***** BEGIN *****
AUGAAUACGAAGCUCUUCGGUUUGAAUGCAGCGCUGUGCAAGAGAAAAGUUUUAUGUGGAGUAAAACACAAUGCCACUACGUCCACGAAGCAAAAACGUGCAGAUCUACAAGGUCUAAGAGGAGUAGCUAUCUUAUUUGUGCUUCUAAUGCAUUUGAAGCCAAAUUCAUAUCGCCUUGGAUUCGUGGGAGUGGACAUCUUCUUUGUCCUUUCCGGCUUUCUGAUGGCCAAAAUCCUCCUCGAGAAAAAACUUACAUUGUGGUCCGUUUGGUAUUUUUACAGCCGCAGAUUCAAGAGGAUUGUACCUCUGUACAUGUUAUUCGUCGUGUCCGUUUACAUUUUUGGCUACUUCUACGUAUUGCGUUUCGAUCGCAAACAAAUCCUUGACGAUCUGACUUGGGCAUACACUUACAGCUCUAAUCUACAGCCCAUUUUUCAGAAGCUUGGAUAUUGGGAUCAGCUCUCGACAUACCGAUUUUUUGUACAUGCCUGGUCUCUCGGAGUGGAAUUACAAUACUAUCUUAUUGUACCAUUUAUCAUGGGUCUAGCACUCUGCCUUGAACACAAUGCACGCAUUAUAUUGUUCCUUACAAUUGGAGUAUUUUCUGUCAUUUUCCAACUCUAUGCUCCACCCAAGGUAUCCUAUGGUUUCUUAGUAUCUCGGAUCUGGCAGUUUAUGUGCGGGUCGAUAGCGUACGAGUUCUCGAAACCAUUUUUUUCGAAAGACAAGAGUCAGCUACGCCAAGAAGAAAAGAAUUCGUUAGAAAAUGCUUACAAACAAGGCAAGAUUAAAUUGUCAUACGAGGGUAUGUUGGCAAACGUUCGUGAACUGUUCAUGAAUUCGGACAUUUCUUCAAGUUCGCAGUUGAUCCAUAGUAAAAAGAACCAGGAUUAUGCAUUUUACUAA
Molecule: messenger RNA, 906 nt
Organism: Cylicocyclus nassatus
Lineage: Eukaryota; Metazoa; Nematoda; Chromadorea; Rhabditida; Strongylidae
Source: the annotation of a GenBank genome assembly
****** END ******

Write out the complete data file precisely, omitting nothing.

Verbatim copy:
AUGAAUACGAAGCUCUUCGGUUUGAAUGCAGCGCUGUGCAAGAGAAAAGUUUUAUGUGGAGUAAAACACAAUGCCACUACGUCCACGAAGCAAAAACGUGCAGAUCUACAAGGUCUAAGAGGAGUAGCUAUCUUAUUUGUGCUUCUAAUGCAUUUGAAGCCAAAUUCAUAUCGCCUUGGAUUCGUGGGAGUGGACAUCUUCUUUGUCCUUUCCGGCUUUCUGAUGGCCAAAAUCCUCCUCGAGAAAAAACUUACAUUGUGGUCCGUUUGGUAUUUUUACAGCCGCAGAUUCAAGAGGAUUGUACCUCUGUACAUGUUAUUCGUCGUGUCCGUUUACAUUUUUGGCUACUUCUACGUAUUGCGUUUCGAUCGCAAACAAAUCCUUGACGAUCUGACUUGGGCAUACACUUACAGCUCUAAUCUACAGCCCAUUUUUCAGAAGCUUGGAUAUUGGGAUCAGCUCUCGACAUACCGAUUUUUUGUACAUGCCUGGUCUCUCGGAGUGGAAUUACAAUACUAUCUUAUUGUACCAUUUAUCAUGGGUCUAGCACUCUGCCUUGAACACAAUGCACGCAUUAUAUUGUUCCUUACAAUUGGAGUAUUUUCUGUCAUUUUCCAACUCUAUGCUCCACCCAAGGUAUCCUAUGGUUUCUUAGUAUCUCGGAUCUGGCAGUUUAUGUGCGGGUCGAUAGCGUACGAGUUCUCGAAACCAUUUUUUUCGAAAGACAAGAGUCAGCUACGCCAAGAAGAAAAGAAUUCGUUAGAAAAUGCUUACAAACAAGGCAAGAUUAAAUUGUCAUACGAGGGUAUGUUGGCAAACGUUCGUGAACUGUUCAUGAAUUCGGACAUUUCUUCAAGUUCGCAGUUGAUCCAUAGUAAAAAGAACCAGGAUUAUGCAUUUUACUAA
Molecule: messenger RNA, 906 nt
Organism: Cylicocyclus nassatus
Lineage: Eukaryota; Metazoa; Nematoda; Chromadorea; Rhabditida; Strongylidae
Source: the annotation of a GenBank genome assembly